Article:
Diversity is a wonderful thing.
Whether it’s a cosmopolitan hubbub of noise or a multinational corporation, a blend of ideas, races and personalities is always a good quality.
I’ve always been interested in people’s sense of place, their perceptions and ambitions and what motivates them. Sitting in the pub last night, there was a melting pot staring me right in the face.
I’d got together for a rendezvous with Josh Halliday, who’s recently got a job as a media & technology reporter at the Guardian. As the afternoon progressed, Sirena Bergman (student journalist at Kingston), Heather Christie (City University) and Kaye Wiggins (Reporter at Third Sector magazine) all came along to the pub for a journalistic knees up.
I think what was so striking is that all of us had one thing in common; the love of storytelling, reporting and documenting. But our attitudes toward it were very different, and that’s what made it so fun.
The media has always been a heterogeneous career path. People get into it fresh from Oxbridge, or after working in I.T for ten years, or even because they have nothing better to do. Yes, it’s more competitive than ever, but now there’s a whole new range of possibilities and opportunities out there. You’ve heard this from countless media experts. “The internet has opened up media”, “we live in an era of free content exchange”, etc, etc, ad nauseum.
None of that is particularly relevant, but what is relevant are the motives and thoughts that are behind such output. We can be thought of as the “just do it” (don’t sue me, Nike) generation.
As Heather said when setting up The First Pint; “It just seemed like something good to do”.
What’s the worse that could happen? You fail? Then you regroup, think about why you failed, and try again. The fact that it can all be carried out at a low cost means most of your experiments can fall flat several times over before you really start to feel a financial burden.
What was my original point again?
All this encourages it, nurtures it. To have such a wide base of influences makes me optimistic about journalism, the potential and the prospects. Suddenly we can all tell incredibly niche-orientated and specific stories using several mediums. One of the things I have a bugbear with is people assuming you have to be a whizz with a camera to get any kind of good video documentation. A laptop and a decent phone will do for most these days.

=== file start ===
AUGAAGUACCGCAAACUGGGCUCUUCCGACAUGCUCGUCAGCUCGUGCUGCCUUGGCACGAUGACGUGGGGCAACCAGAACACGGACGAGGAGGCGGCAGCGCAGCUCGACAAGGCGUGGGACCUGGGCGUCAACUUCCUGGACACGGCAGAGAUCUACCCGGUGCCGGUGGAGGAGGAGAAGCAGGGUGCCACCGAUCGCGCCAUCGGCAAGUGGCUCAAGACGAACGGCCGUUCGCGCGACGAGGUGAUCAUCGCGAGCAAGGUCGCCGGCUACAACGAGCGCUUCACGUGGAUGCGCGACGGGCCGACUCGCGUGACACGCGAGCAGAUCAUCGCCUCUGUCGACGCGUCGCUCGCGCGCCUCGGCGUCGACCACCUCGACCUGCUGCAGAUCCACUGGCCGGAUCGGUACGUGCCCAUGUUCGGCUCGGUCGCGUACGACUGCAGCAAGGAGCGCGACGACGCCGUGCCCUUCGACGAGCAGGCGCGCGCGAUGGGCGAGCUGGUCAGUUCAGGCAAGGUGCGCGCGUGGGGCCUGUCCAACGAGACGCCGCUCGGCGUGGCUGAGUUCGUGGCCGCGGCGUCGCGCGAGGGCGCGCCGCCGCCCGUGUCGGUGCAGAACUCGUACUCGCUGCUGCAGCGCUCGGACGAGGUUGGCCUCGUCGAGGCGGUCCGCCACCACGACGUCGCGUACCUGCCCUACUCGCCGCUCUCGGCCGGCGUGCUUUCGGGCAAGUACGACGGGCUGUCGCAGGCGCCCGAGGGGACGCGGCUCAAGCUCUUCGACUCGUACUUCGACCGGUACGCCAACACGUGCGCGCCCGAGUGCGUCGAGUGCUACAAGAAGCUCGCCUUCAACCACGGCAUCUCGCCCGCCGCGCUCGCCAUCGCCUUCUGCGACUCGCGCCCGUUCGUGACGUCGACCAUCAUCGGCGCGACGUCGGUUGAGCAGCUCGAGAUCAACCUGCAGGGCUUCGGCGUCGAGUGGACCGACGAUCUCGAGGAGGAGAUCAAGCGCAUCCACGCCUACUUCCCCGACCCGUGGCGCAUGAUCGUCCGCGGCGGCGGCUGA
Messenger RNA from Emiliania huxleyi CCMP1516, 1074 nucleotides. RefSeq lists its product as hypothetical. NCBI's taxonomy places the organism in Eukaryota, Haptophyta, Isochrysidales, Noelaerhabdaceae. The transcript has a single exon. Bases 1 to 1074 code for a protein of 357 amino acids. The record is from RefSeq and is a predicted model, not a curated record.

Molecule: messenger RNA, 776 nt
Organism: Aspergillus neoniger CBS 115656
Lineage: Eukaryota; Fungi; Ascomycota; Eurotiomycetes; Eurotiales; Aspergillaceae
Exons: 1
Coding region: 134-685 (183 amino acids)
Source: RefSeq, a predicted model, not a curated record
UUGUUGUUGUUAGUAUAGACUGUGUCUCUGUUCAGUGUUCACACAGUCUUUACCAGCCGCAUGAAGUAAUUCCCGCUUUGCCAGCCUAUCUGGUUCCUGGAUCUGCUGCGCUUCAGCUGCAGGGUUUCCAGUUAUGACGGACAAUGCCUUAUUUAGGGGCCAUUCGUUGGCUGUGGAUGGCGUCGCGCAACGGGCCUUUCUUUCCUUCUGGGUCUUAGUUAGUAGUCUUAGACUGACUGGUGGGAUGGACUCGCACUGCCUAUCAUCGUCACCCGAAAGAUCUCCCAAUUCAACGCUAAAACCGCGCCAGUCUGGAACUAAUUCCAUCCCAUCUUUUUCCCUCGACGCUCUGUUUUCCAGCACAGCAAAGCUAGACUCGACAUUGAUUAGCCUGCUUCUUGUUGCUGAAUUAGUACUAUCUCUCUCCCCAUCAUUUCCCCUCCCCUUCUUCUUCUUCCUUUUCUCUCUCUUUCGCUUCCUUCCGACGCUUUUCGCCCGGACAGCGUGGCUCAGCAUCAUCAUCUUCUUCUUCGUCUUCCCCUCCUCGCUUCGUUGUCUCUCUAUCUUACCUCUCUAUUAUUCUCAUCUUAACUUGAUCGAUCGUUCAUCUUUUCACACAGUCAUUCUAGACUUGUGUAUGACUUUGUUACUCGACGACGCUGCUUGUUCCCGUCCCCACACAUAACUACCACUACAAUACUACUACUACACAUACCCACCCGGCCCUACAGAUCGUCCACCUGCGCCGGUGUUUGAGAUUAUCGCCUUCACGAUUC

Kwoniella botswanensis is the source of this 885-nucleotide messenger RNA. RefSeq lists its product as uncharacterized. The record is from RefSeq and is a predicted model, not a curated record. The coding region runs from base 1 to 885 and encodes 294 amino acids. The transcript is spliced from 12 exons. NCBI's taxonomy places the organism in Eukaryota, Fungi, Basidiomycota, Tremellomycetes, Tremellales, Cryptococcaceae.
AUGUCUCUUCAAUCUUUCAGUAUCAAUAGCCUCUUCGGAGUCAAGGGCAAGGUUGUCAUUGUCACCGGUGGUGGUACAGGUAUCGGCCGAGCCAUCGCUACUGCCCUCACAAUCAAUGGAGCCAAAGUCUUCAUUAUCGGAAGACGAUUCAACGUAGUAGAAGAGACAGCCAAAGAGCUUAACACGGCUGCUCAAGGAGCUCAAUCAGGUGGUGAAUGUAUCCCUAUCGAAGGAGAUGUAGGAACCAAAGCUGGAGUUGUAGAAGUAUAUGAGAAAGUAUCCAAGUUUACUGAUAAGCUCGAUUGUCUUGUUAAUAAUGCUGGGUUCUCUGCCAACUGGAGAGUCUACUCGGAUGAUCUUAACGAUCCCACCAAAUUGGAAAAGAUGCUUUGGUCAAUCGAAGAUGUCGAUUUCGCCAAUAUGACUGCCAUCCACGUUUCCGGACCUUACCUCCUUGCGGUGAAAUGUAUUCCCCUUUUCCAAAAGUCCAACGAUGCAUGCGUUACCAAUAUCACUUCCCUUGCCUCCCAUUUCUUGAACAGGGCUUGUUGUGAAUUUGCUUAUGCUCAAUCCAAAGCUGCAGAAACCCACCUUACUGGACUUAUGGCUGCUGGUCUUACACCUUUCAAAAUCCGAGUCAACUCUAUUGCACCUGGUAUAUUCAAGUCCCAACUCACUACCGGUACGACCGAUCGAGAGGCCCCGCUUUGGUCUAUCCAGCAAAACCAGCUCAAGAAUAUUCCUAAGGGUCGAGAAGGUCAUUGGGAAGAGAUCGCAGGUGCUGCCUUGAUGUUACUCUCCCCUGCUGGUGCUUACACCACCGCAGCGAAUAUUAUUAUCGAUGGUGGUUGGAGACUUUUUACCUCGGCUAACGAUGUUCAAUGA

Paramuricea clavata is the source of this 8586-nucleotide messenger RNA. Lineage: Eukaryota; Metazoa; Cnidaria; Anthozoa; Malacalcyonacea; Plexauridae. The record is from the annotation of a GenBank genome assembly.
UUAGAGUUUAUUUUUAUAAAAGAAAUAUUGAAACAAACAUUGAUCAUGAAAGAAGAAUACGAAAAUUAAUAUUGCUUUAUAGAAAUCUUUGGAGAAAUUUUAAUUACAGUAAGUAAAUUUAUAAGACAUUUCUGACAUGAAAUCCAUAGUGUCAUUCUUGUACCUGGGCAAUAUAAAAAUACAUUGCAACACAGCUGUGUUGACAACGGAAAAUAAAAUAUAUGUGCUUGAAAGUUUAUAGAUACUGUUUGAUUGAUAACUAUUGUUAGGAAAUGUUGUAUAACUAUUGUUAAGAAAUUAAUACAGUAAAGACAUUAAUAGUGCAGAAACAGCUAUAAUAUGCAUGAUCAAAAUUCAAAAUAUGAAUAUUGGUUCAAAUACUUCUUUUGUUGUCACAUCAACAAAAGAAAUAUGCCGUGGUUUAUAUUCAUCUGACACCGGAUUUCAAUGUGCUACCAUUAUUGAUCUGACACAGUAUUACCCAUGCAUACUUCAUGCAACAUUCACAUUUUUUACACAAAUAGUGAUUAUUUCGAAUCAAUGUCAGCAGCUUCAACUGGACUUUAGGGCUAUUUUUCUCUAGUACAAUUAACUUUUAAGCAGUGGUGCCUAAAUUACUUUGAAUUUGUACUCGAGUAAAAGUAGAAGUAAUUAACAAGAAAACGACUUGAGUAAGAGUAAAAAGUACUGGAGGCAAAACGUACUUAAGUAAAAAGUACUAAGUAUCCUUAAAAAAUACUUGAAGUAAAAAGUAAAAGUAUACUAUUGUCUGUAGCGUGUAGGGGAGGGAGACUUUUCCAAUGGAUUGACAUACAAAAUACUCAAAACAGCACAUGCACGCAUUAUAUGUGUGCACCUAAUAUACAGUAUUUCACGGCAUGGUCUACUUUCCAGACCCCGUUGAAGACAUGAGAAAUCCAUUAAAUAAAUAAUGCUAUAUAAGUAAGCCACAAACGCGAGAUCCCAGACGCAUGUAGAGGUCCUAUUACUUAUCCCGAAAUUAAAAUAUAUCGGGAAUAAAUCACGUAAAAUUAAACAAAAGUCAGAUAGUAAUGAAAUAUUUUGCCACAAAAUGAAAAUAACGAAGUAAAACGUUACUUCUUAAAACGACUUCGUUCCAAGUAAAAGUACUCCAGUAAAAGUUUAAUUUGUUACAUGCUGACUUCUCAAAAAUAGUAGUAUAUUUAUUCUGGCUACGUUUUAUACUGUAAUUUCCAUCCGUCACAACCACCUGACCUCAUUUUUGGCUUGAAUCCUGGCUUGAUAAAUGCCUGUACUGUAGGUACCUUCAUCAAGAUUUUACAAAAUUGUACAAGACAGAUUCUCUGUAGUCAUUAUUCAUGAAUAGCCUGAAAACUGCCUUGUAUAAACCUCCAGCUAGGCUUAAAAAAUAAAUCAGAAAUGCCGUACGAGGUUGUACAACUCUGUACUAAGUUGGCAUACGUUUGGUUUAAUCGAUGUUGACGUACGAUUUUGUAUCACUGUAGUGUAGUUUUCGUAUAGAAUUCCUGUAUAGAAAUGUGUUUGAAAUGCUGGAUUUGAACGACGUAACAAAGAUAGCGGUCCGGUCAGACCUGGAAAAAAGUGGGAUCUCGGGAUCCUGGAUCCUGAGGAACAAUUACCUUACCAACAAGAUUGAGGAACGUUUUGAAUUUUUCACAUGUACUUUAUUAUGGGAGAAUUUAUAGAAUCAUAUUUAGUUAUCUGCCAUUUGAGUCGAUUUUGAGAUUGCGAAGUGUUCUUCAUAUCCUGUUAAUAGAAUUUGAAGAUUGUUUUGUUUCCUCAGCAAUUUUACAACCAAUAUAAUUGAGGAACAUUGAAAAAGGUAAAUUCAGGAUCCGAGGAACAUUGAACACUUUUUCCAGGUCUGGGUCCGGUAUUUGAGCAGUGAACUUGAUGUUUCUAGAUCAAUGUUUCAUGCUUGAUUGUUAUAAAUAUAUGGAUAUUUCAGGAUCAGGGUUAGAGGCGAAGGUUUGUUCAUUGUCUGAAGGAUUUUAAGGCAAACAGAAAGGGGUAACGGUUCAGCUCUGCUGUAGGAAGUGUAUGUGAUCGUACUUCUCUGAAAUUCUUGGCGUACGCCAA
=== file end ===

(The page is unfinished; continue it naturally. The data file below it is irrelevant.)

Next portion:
As was discussed yesterday, if you like doing something, then why not pursue it, paid or unpaid? Yes, that grey financial cloud hangs over journalism like an uninvited guest at a party, but can we as journalists really change that? Not at the moment. So we may as well fill our time with productive and insightful reportage. After all, who else is going to do it?
I covered the Compass Conference (see below) just over a week ago. I was very encouraged by the positive response I got, and some people were surprised I wasn’t being paid as an official correspondent. The truth is that I just enjoy telling a story. Whether that’s through video, text or audio, I like painting a picture for people who aren’t present. It’s being a commentator in a literal sense, like an intelligent version of John Motson…
The best bit of feedback I got from Compass, and most likely ever. Warmed my cockles.
Whether you enjoy writing about political and social ills, or covering your local arts scene, the message is definitely “just do it”. I can’t think of a better time to just play around with ideas. No matter how silly or far-fetched they may be, the diversity that networked journalism now facilitates means that chances are, you’ll find someone else who’s thinking along the same lines.
Those of you who’ve read my posts about student journalism will know that I’m forever banging the drum for initiative and self-starter instincts. This can similarly be applied to staff writers, freelancers, or those in search of a career change. Yesterday really reinforced my belief that journalism today is thrilling and daunting in equal measure.
Go forth and experiment.
I’m er, sure we’ll work out the financial side of things soon…